Mirischia: a transitional theropod pelvis

Of the tens of thousands of mistakes I have made
while creating ReptileEvolution.com, the LRT and this blog over the last 7 years, this time I read ‘right’ and I applied ‘left’ to the ilium of Mirischia. Here corrections were made within 24 hours of its original posting. Thanks to MM for reporting the error. Apologies for the error.

Naish, Martill and Frey 2004
bring us an Early Cretaceous Santana Formation theropod pelvis and femur they named Mirischia asymmetrica (Fig. 1; SMNK 2349). They align the specimen with the French compsognathid (CNJ79), which is correct.

A key taxon
The traits visible in the Mirischia pelvis and femur (Fig. 1) are just enough to nest it between the Compsognathus clade (which includes tyrannosaurs, ornithomimosaurs and microraptors) and the Ornitholestes clade (which includes dromaeosaurs, troodontids and birds). And it is transitional in size, too.

Figure 1. The pelvis of Mirischia with color overlays and ilium correctly oriented. Below Mirischia pelvis compared to the CN79 specimen of Compsognathus and Ornitholestes.

Figure 1. The pelvis of Mirischia with color overlays and ilium correctly oriented. Below Mirischia pelvis compared to the CN79 specimen of Compsognathus and Ornitholestes. The yellow ‘bone’ between the pubes of Mirischia is ossified gut contents.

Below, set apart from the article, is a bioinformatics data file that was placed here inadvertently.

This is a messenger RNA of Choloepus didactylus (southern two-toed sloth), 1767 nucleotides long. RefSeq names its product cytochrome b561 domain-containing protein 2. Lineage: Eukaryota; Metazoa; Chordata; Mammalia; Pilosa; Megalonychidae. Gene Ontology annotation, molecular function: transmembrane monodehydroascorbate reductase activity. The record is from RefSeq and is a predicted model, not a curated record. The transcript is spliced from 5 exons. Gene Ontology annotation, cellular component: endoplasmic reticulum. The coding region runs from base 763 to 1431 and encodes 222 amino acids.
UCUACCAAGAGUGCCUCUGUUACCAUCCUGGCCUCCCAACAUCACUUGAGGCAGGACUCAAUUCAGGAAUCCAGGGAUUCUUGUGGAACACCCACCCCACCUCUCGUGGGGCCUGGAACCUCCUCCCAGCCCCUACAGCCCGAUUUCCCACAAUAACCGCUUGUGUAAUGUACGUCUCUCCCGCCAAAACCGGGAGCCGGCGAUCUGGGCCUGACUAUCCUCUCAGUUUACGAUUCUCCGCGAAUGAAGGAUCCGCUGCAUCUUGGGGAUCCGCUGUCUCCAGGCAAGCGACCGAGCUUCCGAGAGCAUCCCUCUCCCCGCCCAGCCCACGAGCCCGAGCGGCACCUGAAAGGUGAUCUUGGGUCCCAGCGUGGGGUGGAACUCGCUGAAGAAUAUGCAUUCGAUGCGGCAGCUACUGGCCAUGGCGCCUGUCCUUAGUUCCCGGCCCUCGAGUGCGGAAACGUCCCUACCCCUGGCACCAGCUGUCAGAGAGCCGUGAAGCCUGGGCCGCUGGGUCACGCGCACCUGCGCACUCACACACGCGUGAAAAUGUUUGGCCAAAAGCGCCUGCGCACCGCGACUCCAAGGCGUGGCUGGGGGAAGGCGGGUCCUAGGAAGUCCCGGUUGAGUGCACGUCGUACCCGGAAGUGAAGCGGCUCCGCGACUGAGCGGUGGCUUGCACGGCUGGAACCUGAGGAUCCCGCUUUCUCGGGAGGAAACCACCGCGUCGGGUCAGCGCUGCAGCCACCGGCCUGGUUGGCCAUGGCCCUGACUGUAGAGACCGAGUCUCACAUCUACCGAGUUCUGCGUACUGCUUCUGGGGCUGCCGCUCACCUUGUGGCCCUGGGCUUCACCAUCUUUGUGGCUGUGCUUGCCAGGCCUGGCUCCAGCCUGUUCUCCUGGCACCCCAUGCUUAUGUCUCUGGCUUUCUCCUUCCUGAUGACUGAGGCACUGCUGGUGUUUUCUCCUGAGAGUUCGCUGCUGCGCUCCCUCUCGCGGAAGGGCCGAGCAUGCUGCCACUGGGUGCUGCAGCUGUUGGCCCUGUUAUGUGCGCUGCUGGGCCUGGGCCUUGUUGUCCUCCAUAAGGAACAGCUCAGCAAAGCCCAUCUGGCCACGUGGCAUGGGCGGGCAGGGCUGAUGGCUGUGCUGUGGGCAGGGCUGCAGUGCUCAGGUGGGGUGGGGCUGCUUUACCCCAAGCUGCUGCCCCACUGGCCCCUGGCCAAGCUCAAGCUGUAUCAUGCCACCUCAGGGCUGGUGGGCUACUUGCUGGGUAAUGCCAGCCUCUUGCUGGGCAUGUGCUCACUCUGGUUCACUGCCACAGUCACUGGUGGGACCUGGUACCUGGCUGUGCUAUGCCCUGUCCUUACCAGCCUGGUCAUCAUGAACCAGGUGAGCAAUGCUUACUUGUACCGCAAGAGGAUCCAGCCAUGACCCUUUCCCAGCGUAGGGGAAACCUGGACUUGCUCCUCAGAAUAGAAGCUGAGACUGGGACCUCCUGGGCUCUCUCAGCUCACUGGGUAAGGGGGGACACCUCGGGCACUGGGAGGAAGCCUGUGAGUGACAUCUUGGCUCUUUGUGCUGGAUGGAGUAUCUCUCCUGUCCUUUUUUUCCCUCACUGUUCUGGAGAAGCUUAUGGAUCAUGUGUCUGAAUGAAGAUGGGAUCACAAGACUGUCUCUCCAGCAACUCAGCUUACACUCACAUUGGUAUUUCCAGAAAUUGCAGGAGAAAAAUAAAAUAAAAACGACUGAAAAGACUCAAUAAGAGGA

References
Choiniere JN, Clark JM, Forster CA and Xu X 2010. A basal coelurosaur (Dinosauria: Theropoda) from the Late Jurassic (Oxfordian) of the Shishugou Formation in Wucaiwan, People’s Republic of China. Journal of Vertebrate Paleontology. 30 (6): 1773–1796.
Naish D, Martill DM and Frey E 2004. Ecology, systematics and biogeographical relationships of dinosaurs, including a new theropod from the Santana Formation (?Albian, Early Cretaceous) of Brazil. Historical Biology 16(2–4):57–70.

 

3 thoughts on “Mirischia: a transitional theropod pelvis

  1. No time to elaborate here, but you got the ilium backwards and don’t realize half of it is missing. It’s not just Naish et al.’s assumption, the ilium was originally articulated in the concretion (fig. 1 in Martill et al., 2000). Honestly, your reconstructions look nothing like real theropod pelvises for Mirischia or Zuolong. Just trust the authors who know something about theropod anatomy.

      • Good job correcting that, and you found much better relatives this time. But I hope this experience helps you to pay more attention to details and text in papers, since it’s not just a right vs. left thing, Rauhut et al. describe the preacetabular process and pubic peduncle in the text which you should have read. So often it seems you just look at a tree or a photo without checking the underlying data. Another Mirischia example is that it actually has a large fenestra in the left ischium, but you missed it because it’s not obvious in the photo unless you know what to look for. The right ischium has a structure like Ornitholestes though.

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